We’re living in an obesity crisis. As the world steadily ticks on fast-food becomes more readily accessible and a cheaper alternative to eating out in restaurants. Fruit is a luxury of expense where a packet of 20 frozen sausages can cost you less than a punnet of strawberries, and it’s on the increase to see unhealthy food dominate advertisement and incentivise unhealthy eating habits. However, it doesn’t stop there and one of the biggest contributors to the obesity crisis is sugary drinks – but it’s more complicated than that. As people set on their struggle-filled journey to lose weight, those who try to make meaningful swaps from, let us say, coke to diet coke are facing new forms of backlash and criticisms for “not understanding the detriment to their health that diet coke has”. As a new form of discrimination in the form of fatism rocks the world, those trying to make changes to lose weight to are finding their choices judged in an equally cruel way – and that’s not okay!
Sugary drinks aren’t inexpensive when bought in small quantities. Buying a 500ml bottle of coke can cost you £1.50. However, with a little stretch to £1.99, you can net yourself 1.25 litres of the beverage which quickly seems like a bargain. It’s a no-brainer which one you want to buy because it’s more for your money but that’s where problems begin to arise from. In saving ourselves money by buying more, we increase our chances of forming unhealthy habits with the drink we use as a “treat”.
While a 500ml bottle contains roughly 45g of sugar (around 50% of our daily intake), the body can handle that reasonably well on occasions. You might hit a sugar high, but you’re not suddenly going to put on 2lbs. Yet, when we purchase 1.25l, it becomes harder to know when to stop drinking as it becomes easier to binge the sugary delight. The limitation on the amount you can drink increases by 2.5 times and if you haven’t got an iron will, it’s surprisingly easy to chug down the whole bottle in 24 hours. Now imagine you’re doing that daily, or possibly upping it to 2l a day and you quickly have a recipe for quick weight gain. It may seem absurd, 2 litres of coke sounds like a monumental amount and yet I found myself at 16 doing exactly that. By the time I was 17 I had put on 5 stone and was considered “obese” and I realised I needed to make changes when my mental health began to suffer more so as a fact.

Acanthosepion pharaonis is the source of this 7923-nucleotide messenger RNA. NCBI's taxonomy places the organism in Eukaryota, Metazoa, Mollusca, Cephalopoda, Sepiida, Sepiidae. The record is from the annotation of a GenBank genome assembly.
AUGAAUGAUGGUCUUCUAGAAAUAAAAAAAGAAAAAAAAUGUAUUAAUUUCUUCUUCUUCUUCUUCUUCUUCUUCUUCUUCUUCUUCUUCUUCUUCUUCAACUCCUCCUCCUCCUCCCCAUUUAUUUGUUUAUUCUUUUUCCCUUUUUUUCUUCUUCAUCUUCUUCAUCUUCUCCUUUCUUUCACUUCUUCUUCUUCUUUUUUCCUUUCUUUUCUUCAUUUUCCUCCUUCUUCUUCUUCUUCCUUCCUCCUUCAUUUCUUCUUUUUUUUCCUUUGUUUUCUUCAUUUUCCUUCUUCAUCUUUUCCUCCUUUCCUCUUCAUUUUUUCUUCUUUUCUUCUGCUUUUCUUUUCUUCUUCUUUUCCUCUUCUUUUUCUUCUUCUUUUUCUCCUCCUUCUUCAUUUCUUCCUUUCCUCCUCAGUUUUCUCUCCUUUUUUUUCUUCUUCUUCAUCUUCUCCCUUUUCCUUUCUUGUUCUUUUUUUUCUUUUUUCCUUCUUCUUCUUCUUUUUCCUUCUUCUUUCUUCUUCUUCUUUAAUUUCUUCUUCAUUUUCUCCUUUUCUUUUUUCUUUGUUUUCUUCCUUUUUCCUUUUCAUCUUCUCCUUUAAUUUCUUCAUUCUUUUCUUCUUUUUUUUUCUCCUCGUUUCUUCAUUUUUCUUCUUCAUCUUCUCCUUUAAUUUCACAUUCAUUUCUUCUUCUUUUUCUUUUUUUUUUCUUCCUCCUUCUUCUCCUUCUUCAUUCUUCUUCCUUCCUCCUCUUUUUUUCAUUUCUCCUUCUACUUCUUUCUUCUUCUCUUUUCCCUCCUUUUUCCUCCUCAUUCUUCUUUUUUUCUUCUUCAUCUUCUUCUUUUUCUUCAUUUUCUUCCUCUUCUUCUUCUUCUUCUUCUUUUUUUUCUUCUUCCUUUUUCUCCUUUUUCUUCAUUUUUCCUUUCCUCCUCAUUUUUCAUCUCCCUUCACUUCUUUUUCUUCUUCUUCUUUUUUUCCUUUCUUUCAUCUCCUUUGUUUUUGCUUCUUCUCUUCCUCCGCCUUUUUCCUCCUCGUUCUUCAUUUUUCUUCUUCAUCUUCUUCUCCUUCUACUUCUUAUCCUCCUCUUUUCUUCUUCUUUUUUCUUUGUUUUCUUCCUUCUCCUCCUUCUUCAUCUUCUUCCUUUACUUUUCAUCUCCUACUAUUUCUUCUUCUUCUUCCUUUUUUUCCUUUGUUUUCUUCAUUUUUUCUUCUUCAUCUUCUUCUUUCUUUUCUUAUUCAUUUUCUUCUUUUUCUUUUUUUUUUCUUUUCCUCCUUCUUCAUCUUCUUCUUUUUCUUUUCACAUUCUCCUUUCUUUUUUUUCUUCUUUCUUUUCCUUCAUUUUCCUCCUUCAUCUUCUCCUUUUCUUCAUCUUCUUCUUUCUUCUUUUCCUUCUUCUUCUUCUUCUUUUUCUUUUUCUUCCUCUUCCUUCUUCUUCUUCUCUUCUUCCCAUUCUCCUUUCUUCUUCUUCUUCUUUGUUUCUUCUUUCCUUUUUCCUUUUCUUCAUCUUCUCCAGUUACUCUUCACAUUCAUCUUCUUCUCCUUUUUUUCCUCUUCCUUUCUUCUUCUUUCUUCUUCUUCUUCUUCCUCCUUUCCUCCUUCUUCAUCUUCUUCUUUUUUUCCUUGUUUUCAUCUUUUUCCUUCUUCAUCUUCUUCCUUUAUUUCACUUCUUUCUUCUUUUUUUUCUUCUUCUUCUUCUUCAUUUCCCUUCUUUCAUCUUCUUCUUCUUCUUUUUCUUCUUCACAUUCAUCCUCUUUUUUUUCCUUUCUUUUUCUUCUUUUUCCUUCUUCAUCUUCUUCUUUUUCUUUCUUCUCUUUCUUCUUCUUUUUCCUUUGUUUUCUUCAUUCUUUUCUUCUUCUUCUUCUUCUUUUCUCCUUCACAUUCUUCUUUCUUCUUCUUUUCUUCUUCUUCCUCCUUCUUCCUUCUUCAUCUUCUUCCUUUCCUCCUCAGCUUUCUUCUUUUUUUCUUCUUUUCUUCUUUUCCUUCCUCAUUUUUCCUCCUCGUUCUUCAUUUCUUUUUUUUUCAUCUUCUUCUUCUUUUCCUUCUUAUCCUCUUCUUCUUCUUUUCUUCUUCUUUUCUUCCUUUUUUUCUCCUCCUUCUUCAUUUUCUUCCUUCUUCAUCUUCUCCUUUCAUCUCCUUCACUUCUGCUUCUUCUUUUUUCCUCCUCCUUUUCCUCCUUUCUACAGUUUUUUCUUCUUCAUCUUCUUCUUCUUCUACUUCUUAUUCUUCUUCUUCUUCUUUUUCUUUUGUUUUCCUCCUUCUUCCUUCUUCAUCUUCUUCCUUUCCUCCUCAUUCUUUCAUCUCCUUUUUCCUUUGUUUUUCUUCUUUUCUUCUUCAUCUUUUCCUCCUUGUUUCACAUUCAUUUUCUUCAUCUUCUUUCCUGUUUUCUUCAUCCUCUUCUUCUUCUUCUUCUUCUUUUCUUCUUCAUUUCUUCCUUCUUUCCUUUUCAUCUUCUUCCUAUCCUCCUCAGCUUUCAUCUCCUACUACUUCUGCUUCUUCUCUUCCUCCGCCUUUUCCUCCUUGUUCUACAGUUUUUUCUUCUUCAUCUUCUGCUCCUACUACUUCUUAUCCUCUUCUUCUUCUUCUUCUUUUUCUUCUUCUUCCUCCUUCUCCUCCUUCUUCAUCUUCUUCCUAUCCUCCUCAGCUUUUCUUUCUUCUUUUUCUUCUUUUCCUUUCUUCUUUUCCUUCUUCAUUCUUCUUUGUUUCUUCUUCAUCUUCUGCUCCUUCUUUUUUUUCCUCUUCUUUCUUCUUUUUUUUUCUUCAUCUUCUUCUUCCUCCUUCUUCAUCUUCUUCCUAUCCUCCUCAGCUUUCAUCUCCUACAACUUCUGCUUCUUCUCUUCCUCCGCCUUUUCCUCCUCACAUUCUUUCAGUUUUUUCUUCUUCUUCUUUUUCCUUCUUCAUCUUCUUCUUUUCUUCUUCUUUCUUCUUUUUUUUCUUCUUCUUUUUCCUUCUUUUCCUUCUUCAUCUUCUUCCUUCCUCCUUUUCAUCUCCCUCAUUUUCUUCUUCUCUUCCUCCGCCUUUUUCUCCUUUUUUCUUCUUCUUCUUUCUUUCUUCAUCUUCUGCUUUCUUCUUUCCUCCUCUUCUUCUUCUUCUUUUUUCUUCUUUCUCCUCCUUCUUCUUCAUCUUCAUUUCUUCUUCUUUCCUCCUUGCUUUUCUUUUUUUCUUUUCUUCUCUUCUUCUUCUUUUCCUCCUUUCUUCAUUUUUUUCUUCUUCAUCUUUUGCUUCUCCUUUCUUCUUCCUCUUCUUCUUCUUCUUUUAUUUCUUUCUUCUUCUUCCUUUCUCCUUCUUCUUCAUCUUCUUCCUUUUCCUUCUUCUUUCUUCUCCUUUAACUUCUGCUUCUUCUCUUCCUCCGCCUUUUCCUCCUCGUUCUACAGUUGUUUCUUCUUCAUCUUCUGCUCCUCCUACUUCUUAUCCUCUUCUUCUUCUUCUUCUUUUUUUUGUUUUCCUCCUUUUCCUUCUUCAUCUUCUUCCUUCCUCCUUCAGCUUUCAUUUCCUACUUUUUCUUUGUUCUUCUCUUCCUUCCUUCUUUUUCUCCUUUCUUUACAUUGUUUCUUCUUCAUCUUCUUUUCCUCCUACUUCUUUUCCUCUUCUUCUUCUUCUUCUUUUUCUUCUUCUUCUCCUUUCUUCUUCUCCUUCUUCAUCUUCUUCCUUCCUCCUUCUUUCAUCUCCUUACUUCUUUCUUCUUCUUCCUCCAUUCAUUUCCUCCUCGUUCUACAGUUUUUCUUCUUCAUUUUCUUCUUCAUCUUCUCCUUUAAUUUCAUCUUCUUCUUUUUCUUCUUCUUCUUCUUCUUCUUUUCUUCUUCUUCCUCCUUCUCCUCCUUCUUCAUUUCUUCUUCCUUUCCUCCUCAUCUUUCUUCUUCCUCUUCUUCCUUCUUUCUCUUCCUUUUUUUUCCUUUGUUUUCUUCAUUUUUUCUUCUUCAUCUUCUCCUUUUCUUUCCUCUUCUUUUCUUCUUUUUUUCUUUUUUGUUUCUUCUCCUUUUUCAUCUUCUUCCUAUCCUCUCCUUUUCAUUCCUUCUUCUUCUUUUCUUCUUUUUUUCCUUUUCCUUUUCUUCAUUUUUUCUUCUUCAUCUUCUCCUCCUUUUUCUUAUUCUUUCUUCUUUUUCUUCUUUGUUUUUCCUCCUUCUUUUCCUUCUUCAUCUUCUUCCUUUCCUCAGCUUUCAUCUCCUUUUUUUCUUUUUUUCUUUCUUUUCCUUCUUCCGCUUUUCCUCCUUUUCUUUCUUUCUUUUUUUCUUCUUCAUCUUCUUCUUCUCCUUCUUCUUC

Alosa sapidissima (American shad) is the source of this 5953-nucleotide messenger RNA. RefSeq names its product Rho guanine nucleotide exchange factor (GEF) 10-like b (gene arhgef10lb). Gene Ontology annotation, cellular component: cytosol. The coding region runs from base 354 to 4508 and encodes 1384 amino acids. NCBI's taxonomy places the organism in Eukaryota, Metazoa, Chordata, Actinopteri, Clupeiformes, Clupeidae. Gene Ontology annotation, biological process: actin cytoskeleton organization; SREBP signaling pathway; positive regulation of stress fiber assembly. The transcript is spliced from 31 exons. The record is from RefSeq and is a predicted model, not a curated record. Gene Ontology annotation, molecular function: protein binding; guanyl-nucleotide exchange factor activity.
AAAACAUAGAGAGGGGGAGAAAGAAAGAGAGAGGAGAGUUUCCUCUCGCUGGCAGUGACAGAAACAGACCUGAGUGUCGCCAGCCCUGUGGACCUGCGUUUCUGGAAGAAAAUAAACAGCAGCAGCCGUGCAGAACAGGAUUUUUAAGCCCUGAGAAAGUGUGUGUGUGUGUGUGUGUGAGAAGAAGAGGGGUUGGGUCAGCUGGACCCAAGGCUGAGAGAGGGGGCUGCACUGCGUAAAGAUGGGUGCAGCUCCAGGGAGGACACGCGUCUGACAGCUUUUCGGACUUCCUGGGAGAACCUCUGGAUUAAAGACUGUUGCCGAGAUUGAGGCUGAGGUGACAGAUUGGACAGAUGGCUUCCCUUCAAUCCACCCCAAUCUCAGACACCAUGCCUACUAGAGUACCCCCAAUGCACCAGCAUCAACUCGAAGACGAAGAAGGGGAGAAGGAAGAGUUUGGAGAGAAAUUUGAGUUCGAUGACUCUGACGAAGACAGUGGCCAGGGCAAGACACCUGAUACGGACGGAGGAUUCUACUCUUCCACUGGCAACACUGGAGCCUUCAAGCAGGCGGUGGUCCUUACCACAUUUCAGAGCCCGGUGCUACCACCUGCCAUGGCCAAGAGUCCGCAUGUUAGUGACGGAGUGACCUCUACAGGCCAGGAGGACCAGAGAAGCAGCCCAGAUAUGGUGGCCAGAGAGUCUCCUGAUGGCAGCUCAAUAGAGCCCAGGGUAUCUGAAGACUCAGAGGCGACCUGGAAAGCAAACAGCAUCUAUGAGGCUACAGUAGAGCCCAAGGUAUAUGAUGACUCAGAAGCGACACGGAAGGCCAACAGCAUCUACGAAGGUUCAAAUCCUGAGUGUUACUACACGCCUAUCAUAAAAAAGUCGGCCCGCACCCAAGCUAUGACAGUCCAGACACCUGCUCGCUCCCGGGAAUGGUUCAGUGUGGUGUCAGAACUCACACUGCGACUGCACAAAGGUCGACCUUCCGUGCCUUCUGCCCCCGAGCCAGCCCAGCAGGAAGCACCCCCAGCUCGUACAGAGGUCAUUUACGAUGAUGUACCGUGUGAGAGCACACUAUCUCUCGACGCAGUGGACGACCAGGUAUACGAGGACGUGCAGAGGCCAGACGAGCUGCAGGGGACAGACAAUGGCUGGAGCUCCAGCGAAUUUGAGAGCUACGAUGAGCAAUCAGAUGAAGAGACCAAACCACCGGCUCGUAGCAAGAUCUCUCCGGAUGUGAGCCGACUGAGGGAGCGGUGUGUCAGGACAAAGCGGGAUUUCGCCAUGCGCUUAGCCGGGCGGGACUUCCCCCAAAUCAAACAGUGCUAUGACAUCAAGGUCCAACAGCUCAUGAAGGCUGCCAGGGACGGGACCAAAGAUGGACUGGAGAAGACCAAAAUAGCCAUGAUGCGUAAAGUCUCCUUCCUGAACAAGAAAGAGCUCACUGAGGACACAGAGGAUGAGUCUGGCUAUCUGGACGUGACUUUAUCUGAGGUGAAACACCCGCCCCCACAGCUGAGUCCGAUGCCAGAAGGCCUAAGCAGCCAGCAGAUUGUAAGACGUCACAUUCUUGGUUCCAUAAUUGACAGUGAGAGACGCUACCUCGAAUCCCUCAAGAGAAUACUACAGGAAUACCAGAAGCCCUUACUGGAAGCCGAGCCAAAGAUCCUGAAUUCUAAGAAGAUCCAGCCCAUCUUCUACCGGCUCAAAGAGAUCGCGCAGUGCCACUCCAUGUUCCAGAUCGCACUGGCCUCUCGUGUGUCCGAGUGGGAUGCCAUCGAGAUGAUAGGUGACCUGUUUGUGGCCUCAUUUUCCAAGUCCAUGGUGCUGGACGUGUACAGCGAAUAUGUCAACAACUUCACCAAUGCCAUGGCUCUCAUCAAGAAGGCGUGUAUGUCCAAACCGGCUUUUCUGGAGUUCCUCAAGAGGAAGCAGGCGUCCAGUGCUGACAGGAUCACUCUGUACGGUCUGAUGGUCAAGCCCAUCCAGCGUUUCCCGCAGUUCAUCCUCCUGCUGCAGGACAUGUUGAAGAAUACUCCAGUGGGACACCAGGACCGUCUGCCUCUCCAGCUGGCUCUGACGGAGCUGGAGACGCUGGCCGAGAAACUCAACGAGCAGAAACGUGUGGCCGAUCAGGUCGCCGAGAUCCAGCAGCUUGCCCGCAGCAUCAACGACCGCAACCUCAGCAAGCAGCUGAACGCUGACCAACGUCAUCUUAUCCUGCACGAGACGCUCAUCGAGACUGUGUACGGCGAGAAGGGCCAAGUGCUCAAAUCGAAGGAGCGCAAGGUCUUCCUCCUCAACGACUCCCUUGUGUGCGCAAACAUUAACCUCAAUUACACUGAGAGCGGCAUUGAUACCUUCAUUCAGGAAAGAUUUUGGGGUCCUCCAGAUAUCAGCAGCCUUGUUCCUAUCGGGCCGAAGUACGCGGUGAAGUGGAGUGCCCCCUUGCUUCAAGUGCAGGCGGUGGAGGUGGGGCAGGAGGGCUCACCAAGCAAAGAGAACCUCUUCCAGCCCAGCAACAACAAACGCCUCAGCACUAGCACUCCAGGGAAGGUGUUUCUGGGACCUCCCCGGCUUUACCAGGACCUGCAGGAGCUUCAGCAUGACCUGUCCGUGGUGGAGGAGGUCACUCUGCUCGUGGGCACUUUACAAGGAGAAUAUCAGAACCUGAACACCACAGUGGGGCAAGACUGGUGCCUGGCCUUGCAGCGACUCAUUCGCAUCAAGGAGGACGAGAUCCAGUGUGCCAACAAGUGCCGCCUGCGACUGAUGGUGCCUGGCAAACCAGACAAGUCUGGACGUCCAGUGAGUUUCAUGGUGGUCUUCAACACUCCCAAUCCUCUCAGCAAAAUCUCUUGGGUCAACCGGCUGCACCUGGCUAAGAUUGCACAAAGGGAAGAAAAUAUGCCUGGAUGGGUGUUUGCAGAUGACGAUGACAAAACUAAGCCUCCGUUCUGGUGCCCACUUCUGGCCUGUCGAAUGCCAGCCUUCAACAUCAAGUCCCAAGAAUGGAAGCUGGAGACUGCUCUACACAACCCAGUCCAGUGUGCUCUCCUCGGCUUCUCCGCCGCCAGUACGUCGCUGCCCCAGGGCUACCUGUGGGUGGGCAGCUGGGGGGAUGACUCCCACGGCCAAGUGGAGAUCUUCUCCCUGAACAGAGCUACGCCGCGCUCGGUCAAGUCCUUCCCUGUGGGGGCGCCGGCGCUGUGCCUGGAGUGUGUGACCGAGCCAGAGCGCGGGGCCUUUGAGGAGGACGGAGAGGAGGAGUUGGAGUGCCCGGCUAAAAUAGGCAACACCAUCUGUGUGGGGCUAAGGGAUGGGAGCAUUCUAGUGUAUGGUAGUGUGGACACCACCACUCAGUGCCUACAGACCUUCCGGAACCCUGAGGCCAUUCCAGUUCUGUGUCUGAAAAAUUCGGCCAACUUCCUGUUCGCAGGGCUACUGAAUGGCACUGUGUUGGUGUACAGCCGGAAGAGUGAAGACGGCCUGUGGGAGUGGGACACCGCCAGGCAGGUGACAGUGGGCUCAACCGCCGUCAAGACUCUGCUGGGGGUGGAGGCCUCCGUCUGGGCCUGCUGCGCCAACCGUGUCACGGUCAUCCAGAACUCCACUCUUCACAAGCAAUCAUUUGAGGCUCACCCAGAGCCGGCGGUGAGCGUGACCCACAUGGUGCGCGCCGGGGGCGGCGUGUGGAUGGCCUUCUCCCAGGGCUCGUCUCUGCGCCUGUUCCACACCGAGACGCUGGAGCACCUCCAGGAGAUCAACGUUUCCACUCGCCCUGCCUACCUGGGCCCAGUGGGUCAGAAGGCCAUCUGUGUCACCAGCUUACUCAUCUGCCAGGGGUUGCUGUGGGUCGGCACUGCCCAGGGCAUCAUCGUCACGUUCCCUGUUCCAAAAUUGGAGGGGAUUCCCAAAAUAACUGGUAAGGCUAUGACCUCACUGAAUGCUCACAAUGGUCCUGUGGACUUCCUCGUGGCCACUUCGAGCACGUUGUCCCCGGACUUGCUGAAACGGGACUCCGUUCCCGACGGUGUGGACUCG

Here comes “the diet coke dilemma”. I didn’t eat chocolate or have large and unhealthy meals so it was pretty clear my weight gain was attributed to an insurmountable quantity of coke I was drinking it daily. My body was converting all that excess sugar into fat. I knew I needed to stop drinking it but it isn’t that easy. Like a smoker to a cigarette, I found myself low in energy, moody and having almighty cravings for the liquid my body had conditioned to love, so going cold-turkey wasn’t an option. Whether it was the caffeine or a placebo that made me crave it, I don’t know, but I decided to make a change and swap to diet coke and within a week the weight started dropping. It wasn’t a quick fix, but it was working and I started to feel better about my appearance and my weight. That was until I found myself on the receiving end of criticisms and judgements for drinking such a sheer quantity of diet coke. Whereas I had experienced harmful comments in the form of fatism, suddenly my attempt at losing weight had now put me in the limelight for a whole array of scrutiny. What I was doing wasn’t good enough for people because of all illnesses and health risks I was inadvertently putting myself in line for by drinking diet coke. It seems like a catch-22 and a paradox now doesn’t it – how the hell can someone in my situation win.